Sunday, November 27, 2022

Real Estate - Is A Yes, Even If Its Value Can Drop

The real estate market, by its nature, always seems to generate the narrative that over time prices will go higher. Partly because those putting together this message have an agenda and that is to make money. This tends to become a problem when prices slide into reverse. Real estate is no different in this regard from most other markets but being a somewhat illiquid market dependent on many factors, moves in real estate prices can last a while and be devastating to those trapped on the wrong side of the current trend.

Expect a tremendous number of opportunities in real estate during the next economic downturn. This sector of the economy is very sensitive to interest rates. Not only because of the barriers related to buying and selling real estate, but the large number of dollars involved, when losses develop, they can be a ball buster. This is why most investors shy away from owning property. Many of these transactions are highly leveraged and even if not, when maintaining a structure is involved the cost and burdens such as taxes and general upkeep can be staggering

Adding to the problem is the fact empty buildings, housing or commercial, spoil like a basket of fruit. When there is a chance a building may sit empty for years, financing dries up. Since most real estate is financed with a long-term mortgage, an inability to get financing drastically thins the number of buyers in any market. Another issue is that since real estate is generally illiquid, prices tend to be reflected by the last piece of similar property sold in your neighborhood or area. The phrase is, REAL ESTATE IS SOLD AT THE MARGIN. This is especially true in housing.

This is a market known for its excesses, historically, real estate has gone through many boom and bust cycles. Anytime we reach a situation where things are overbuilt, the bottom can fall out of the market and prices tumble. Real estate valuations are linked to borrowing costs and rental demand. With this in mind, when borrowing is easy and money is cheap, higher real estate valuations often soar. The market is currently a bit strange in that even with higher rates and monetary tightening, I'm still getting calls from people wanting me to sell them my properties. One person cursed me, and people like me, for not giving them the opportunity to get into this market, this makes me feel rather lucky.

With all its downside risk, why would anyone in their right mind choose to enter this sector of the economy? The answer is that it's real, it's basic, and when all is said and done people need it. People need a place to live, and businesses need a place to conduct their daily affairs, and this translates into it being valuable. Also, while values may ebb and flow, the overall direction is upward based on replacement cost and high entry barriers.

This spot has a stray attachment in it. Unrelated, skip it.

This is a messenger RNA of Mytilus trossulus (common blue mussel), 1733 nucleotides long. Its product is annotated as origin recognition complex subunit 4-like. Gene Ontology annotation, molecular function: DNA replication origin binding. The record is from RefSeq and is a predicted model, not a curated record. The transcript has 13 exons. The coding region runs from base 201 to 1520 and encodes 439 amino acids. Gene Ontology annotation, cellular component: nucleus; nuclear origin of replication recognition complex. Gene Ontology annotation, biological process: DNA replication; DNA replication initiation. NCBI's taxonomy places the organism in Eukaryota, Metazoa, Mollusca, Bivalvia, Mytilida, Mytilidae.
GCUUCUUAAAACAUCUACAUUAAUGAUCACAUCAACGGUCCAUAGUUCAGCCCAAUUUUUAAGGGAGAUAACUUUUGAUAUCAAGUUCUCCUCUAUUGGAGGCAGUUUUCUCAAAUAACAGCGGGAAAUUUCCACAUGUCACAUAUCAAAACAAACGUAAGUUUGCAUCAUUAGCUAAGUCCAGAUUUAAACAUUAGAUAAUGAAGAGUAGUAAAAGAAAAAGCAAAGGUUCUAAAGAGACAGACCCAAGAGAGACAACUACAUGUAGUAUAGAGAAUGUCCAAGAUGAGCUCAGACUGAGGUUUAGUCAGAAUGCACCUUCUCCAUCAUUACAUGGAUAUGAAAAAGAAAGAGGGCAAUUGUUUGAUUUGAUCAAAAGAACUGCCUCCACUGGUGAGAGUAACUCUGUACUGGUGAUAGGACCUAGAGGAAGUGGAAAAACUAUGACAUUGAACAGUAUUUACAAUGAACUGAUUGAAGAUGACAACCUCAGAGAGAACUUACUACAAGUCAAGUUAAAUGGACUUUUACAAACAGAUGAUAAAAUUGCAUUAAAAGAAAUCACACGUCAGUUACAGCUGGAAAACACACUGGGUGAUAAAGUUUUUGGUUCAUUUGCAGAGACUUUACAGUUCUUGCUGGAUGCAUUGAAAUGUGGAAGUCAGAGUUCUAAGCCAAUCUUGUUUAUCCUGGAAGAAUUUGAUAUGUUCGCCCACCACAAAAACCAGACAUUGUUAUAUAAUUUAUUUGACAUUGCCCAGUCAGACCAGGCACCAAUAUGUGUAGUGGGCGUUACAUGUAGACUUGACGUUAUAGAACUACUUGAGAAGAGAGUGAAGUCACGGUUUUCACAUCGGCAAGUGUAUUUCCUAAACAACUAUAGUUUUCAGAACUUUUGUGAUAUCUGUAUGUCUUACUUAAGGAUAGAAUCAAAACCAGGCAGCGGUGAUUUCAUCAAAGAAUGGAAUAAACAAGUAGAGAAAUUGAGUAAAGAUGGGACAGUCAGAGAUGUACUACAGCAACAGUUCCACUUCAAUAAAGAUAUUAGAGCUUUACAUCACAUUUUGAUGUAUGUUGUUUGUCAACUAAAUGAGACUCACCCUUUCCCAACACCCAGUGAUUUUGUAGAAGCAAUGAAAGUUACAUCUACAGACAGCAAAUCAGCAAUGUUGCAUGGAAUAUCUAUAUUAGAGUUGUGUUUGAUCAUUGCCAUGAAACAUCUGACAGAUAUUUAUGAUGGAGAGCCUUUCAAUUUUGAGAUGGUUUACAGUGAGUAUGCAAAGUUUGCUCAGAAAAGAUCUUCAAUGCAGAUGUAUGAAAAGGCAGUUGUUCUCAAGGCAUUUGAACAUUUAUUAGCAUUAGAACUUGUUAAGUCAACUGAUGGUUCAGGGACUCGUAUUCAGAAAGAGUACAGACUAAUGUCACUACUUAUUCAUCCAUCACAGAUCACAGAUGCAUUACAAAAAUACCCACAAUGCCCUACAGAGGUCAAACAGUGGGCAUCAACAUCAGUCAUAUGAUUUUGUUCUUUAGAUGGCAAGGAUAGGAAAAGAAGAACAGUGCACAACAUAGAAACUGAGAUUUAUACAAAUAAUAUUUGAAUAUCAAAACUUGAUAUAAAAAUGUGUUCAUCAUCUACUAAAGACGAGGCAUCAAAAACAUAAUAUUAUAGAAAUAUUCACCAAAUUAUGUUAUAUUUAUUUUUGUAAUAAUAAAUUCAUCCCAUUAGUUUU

When it comes to real estate the most common type the average person is likely to own is a residential unit, The collapse of home prices has a greater impact on the economy than lower stock prices because it affects more people and reaches deeper into the consumer's psyche. This can generate financial insecurity that causes owners of property to reduce spending and send the economy into a recession. It is the wealth effect in reverse. 

It seems, no matter how many times it happens, we still love pumping up real estate valuations only to watch them collapse again. Still, in my opinion, if you have the skills and temperament to handle such an investment, it is where you should stash the bulk of your wealth. To clarify, you should buy only when prices are super low and plan to hang on to the property for a long time. You should also purchase property that will generate revenue and has the potential to eventually rise in price.

As in all investments, real estate presents a challenging learning curve and is not for the faint of heart. When empty it drains away your wealth and  the competition from market insiders is not to be discounted. These insiders, agents, attorneys, bankers, REITs, and big money have several strong advantages over independent owners. The place they fall short is they often have to endure huge inefficiencies within their organizations and tend to get mired in red tape.  

Two great opportunities were squelched by my over cautious-attorney years ago, these guys can be deal killers. When all is said and done, I paid this fella to teach me this valuable lesson. The reason I like real estate and view it as a solid piece of an investment portfolio is that it will still be there after paper promises have been proven worthless and vanished. The reason they call it "real estate" is that it is"real."


 (Republishing of this article welcomed with reference to Bruce Wilds/AdvancingTime Blog)

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